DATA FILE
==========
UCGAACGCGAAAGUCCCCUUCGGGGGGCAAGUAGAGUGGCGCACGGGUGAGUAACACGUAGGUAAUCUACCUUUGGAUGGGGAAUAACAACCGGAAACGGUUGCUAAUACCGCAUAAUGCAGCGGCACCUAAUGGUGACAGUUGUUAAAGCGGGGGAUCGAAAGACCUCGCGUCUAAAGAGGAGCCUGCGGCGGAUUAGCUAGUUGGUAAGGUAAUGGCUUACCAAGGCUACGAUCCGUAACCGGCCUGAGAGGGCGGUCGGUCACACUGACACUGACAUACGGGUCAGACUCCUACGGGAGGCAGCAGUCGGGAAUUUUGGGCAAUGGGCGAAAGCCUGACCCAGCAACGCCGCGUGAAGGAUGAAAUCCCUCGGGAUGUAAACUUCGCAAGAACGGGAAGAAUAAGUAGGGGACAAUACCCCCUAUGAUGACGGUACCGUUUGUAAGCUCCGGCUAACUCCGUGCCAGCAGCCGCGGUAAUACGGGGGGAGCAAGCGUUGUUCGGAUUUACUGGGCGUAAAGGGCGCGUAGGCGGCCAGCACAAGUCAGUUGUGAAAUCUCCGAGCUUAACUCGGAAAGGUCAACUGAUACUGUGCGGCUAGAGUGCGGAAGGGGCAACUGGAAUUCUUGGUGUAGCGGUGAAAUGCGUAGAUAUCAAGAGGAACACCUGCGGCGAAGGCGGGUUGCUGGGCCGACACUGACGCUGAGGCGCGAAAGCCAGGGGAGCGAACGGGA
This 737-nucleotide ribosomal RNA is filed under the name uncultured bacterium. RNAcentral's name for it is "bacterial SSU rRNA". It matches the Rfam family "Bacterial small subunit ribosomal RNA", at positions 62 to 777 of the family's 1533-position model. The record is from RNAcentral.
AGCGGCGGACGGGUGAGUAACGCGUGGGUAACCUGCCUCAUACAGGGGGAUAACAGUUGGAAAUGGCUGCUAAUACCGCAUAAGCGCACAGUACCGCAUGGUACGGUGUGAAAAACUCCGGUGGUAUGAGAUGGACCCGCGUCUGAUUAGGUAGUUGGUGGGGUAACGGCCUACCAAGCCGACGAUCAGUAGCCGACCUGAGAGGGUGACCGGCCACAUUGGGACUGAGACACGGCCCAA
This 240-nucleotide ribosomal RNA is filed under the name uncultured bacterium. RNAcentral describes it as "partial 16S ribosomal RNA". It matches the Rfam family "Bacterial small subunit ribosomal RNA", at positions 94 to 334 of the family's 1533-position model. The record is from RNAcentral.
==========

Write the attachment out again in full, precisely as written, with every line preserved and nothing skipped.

UCGAACGCGAAAGUCCCCUUCGGGGGGCAAGUAGAGUGGCGCACGGGUGAGUAACACGUAGGUAAUCUACCUUUGGAUGGGGAAUAACAACCGGAAACGGUUGCUAAUACCGCAUAAUGCAGCGGCACCUAAUGGUGACAGUUGUUAAAGCGGGGGAUCGAAAGACCUCGCGUCUAAAGAGGAGCCUGCGGCGGAUUAGCUAGUUGGUAAGGUAAUGGCUUACCAAGGCUACGAUCCGUAACCGGCCUGAGAGGGCGGUCGGUCACACUGACACUGACAUACGGGUCAGACUCCUACGGGAGGCAGCAGUCGGGAAUUUUGGGCAAUGGGCGAAAGCCUGACCCAGCAACGCCGCGUGAAGGAUGAAAUCCCUCGGGAUGUAAACUUCGCAAGAACGGGAAGAAUAAGUAGGGGACAAUACCCCCUAUGAUGACGGUACCGUUUGUAAGCUCCGGCUAACUCCGUGCCAGCAGCCGCGGUAAUACGGGGGGAGCAAGCGUUGUUCGGAUUUACUGGGCGUAAAGGGCGCGUAGGCGGCCAGCACAAGUCAGUUGUGAAAUCUCCGAGCUUAACUCGGAAAGGUCAACUGAUACUGUGCGGCUAGAGUGCGGAAGGGGCAACUGGAAUUCUUGGUGUAGCGGUGAAAUGCGUAGAUAUCAAGAGGAACACCUGCGGCGAAGGCGGGUUGCUGGGCCGACACUGACGCUGAGGCGCGAAAGCCAGGGGAGCGAACGGGA
This 737-nucleotide ribosomal RNA is filed under the name uncultured bacterium. RNAcentral's name for it is "bacterial SSU rRNA". It matches the Rfam family "Bacterial small subunit ribosomal RNA", at positions 62 to 777 of the family's 1533-position model. The record is from RNAcentral.
AGCGGCGGACGGGUGAGUAACGCGUGGGUAACCUGCCUCAUACAGGGGGAUAACAGUUGGAAAUGGCUGCUAAUACCGCAUAAGCGCACAGUACCGCAUGGUACGGUGUGAAAAACUCCGGUGGUAUGAGAUGGACCCGCGUCUGAUUAGGUAGUUGGUGGGGUAACGGCCUACCAAGCCGACGAUCAGUAGCCGACCUGAGAGGGUGACCGGCCACAUUGGGACUGAGACACGGCCCAA
This 240-nucleotide ribosomal RNA is filed under the name uncultured bacterium. RNAcentral describes it as "partial 16S ribosomal RNA". It matches the Rfam family "Bacterial small subunit ribosomal RNA", at positions 94 to 334 of the family's 1533-position model. The record is from RNAcentral.